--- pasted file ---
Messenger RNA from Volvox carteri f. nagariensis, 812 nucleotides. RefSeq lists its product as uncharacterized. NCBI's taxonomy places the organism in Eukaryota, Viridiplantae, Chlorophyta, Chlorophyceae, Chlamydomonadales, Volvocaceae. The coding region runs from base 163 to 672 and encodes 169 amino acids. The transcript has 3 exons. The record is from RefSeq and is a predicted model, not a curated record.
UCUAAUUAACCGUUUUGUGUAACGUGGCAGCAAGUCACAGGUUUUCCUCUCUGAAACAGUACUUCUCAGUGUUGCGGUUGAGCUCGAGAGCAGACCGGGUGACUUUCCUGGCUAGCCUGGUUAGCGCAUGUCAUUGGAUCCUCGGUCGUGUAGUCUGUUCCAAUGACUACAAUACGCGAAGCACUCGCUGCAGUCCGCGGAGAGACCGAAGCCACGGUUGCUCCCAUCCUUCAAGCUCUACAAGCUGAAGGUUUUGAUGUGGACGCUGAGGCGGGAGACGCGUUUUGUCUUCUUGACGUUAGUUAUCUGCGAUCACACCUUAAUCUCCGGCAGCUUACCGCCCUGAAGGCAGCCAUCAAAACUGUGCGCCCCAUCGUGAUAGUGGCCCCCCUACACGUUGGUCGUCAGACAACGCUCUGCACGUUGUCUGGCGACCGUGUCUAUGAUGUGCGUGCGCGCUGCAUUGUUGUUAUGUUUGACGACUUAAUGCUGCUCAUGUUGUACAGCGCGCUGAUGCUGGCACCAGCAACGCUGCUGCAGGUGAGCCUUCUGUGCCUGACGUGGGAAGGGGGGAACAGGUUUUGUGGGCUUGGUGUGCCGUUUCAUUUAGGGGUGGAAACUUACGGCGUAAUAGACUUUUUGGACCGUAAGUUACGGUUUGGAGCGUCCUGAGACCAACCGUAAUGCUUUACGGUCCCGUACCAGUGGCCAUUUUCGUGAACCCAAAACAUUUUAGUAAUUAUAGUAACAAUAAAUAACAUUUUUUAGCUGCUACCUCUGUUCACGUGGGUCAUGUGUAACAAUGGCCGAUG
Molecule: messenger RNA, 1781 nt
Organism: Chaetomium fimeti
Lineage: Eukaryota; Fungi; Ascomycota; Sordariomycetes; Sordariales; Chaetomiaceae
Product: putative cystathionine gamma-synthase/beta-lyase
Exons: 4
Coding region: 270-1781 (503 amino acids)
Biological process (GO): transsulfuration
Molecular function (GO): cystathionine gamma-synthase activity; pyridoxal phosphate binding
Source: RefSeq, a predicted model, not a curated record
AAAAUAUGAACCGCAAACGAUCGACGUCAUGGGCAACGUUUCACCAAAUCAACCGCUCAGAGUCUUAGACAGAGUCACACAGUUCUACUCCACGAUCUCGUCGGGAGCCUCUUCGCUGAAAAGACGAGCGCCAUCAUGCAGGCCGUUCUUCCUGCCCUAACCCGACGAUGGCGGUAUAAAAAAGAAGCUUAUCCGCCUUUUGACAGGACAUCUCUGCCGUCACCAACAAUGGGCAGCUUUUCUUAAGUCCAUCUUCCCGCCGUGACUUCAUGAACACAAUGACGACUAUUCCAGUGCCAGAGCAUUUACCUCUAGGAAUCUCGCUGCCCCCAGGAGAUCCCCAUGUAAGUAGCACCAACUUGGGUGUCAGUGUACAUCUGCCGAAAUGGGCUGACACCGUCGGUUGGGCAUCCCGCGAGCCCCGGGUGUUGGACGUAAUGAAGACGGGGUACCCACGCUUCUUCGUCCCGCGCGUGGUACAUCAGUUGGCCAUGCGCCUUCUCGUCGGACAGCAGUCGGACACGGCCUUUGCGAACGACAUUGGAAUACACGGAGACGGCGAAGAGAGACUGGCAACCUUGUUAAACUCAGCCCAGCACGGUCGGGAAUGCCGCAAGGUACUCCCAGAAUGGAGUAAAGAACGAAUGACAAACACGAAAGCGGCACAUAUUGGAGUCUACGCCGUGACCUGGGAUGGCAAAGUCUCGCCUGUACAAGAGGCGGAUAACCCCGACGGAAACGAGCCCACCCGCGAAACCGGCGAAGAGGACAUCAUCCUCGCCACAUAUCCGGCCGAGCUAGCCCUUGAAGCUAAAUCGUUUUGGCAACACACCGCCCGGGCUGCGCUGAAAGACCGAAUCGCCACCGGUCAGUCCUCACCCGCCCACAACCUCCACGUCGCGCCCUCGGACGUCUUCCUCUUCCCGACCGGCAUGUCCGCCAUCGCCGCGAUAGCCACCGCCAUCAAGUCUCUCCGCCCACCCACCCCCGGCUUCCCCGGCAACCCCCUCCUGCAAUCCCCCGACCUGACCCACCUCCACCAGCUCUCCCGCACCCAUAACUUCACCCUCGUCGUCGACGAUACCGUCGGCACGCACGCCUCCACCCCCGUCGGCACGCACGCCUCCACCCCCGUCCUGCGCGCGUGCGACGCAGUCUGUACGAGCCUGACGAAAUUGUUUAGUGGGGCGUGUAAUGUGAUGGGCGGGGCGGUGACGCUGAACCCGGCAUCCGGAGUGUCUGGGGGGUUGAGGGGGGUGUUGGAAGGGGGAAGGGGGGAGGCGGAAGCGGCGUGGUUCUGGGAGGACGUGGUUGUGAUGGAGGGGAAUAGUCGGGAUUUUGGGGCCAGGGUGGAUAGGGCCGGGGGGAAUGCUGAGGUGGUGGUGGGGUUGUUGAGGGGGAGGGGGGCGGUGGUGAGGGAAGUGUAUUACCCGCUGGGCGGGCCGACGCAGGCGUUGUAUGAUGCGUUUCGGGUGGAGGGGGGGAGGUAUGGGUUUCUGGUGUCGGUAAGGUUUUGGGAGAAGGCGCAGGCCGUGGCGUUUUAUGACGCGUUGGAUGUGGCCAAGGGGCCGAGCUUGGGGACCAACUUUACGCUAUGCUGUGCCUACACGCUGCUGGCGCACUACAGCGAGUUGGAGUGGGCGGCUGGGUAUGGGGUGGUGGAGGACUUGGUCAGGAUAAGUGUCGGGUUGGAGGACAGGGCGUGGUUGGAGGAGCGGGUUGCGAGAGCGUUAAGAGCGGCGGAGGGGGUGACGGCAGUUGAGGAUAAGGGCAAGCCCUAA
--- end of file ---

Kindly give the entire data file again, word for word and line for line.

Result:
Messenger RNA from Volvox carteri f. nagariensis, 812 nucleotides. RefSeq lists its product as uncharacterized. NCBI's taxonomy places the organism in Eukaryota, Viridiplantae, Chlorophyta, Chlorophyceae, Chlamydomonadales, Volvocaceae. The coding region runs from base 163 to 672 and encodes 169 amino acids. The transcript has 3 exons. The record is from RefSeq and is a predicted model, not a curated record.
UCUAAUUAACCGUUUUGUGUAACGUGGCAGCAAGUCACAGGUUUUCCUCUCUGAAACAGUACUUCUCAGUGUUGCGGUUGAGCUCGAGAGCAGACCGGGUGACUUUCCUGGCUAGCCUGGUUAGCGCAUGUCAUUGGAUCCUCGGUCGUGUAGUCUGUUCCAAUGACUACAAUACGCGAAGCACUCGCUGCAGUCCGCGGAGAGACCGAAGCCACGGUUGCUCCCAUCCUUCAAGCUCUACAAGCUGAAGGUUUUGAUGUGGACGCUGAGGCGGGAGACGCGUUUUGUCUUCUUGACGUUAGUUAUCUGCGAUCACACCUUAAUCUCCGGCAGCUUACCGCCCUGAAGGCAGCCAUCAAAACUGUGCGCCCCAUCGUGAUAGUGGCCCCCCUACACGUUGGUCGUCAGACAACGCUCUGCACGUUGUCUGGCGACCGUGUCUAUGAUGUGCGUGCGCGCUGCAUUGUUGUUAUGUUUGACGACUUAAUGCUGCUCAUGUUGUACAGCGCGCUGAUGCUGGCACCAGCAACGCUGCUGCAGGUGAGCCUUCUGUGCCUGACGUGGGAAGGGGGGAACAGGUUUUGUGGGCUUGGUGUGCCGUUUCAUUUAGGGGUGGAAACUUACGGCGUAAUAGACUUUUUGGACCGUAAGUUACGGUUUGGAGCGUCCUGAGACCAACCGUAAUGCUUUACGGUCCCGUACCAGUGGCCAUUUUCGUGAACCCAAAACAUUUUAGUAAUUAUAGUAACAAUAAAUAACAUUUUUUAGCUGCUACCUCUGUUCACGUGGGUCAUGUGUAACAAUGGCCGAUG
Molecule: messenger RNA, 1781 nt
Organism: Chaetomium fimeti
Lineage: Eukaryota; Fungi; Ascomycota; Sordariomycetes; Sordariales; Chaetomiaceae
Product: putative cystathionine gamma-synthase/beta-lyase
Exons: 4
Coding region: 270-1781 (503 amino acids)
Biological process (GO): transsulfuration
Molecular function (GO): cystathionine gamma-synthase activity; pyridoxal phosphate binding
Source: RefSeq, a predicted model, not a curated record
AAAAUAUGAACCGCAAACGAUCGACGUCAUGGGCAACGUUUCACCAAAUCAACCGCUCAGAGUCUUAGACAGAGUCACACAGUUCUACUCCACGAUCUCGUCGGGAGCCUCUUCGCUGAAAAGACGAGCGCCAUCAUGCAGGCCGUUCUUCCUGCCCUAACCCGACGAUGGCGGUAUAAAAAAGAAGCUUAUCCGCCUUUUGACAGGACAUCUCUGCCGUCACCAACAAUGGGCAGCUUUUCUUAAGUCCAUCUUCCCGCCGUGACUUCAUGAACACAAUGACGACUAUUCCAGUGCCAGAGCAUUUACCUCUAGGAAUCUCGCUGCCCCCAGGAGAUCCCCAUGUAAGUAGCACCAACUUGGGUGUCAGUGUACAUCUGCCGAAAUGGGCUGACACCGUCGGUUGGGCAUCCCGCGAGCCCCGGGUGUUGGACGUAAUGAAGACGGGGUACCCACGCUUCUUCGUCCCGCGCGUGGUACAUCAGUUGGCCAUGCGCCUUCUCGUCGGACAGCAGUCGGACACGGCCUUUGCGAACGACAUUGGAAUACACGGAGACGGCGAAGAGAGACUGGCAACCUUGUUAAACUCAGCCCAGCACGGUCGGGAAUGCCGCAAGGUACUCCCAGAAUGGAGUAAAGAACGAAUGACAAACACGAAAGCGGCACAUAUUGGAGUCUACGCCGUGACCUGGGAUGGCAAAGUCUCGCCUGUACAAGAGGCGGAUAACCCCGACGGAAACGAGCCCACCCGCGAAACCGGCGAAGAGGACAUCAUCCUCGCCACAUAUCCGGCCGAGCUAGCCCUUGAAGCUAAAUCGUUUUGGCAACACACCGCCCGGGCUGCGCUGAAAGACCGAAUCGCCACCGGUCAGUCCUCACCCGCCCACAACCUCCACGUCGCGCCCUCGGACGUCUUCCUCUUCCCGACCGGCAUGUCCGCCAUCGCCGCGAUAGCCACCGCCAUCAAGUCUCUCCGCCCACCCACCCCCGGCUUCCCCGGCAACCCCCUCCUGCAAUCCCCCGACCUGACCCACCUCCACCAGCUCUCCCGCACCCAUAACUUCACCCUCGUCGUCGACGAUACCGUCGGCACGCACGCCUCCACCCCCGUCGGCACGCACGCCUCCACCCCCGUCCUGCGCGCGUGCGACGCAGUCUGUACGAGCCUGACGAAAUUGUUUAGUGGGGCGUGUAAUGUGAUGGGCGGGGCGGUGACGCUGAACCCGGCAUCCGGAGUGUCUGGGGGGUUGAGGGGGGUGUUGGAAGGGGGAAGGGGGGAGGCGGAAGCGGCGUGGUUCUGGGAGGACGUGGUUGUGAUGGAGGGGAAUAGUCGGGAUUUUGGGGCCAGGGUGGAUAGGGCCGGGGGGAAUGCUGAGGUGGUGGUGGGGUUGUUGAGGGGGAGGGGGGCGGUGGUGAGGGAAGUGUAUUACCCGCUGGGCGGGCCGACGCAGGCGUUGUAUGAUGCGUUUCGGGUGGAGGGGGGGAGGUAUGGGUUUCUGGUGUCGGUAAGGUUUUGGGAGAAGGCGCAGGCCGUGGCGUUUUAUGACGCGUUGGAUGUGGCCAAGGGGCCGAGCUUGGGGACCAACUUUACGCUAUGCUGUGCCUACACGCUGCUGGCGCACUACAGCGAGUUGGAGUGGGCGGCUGGGUAUGGGGUGGUGGAGGACUUGGUCAGGAUAAGUGUCGGGUUGGAGGACAGGGCGUGGUUGGAGGAGCGGGUUGCGAGAGCGUUAAGAGCGGCGGAGGGGGUGACGGCAGUUGAGGAUAAGGGCAAGCCCUAA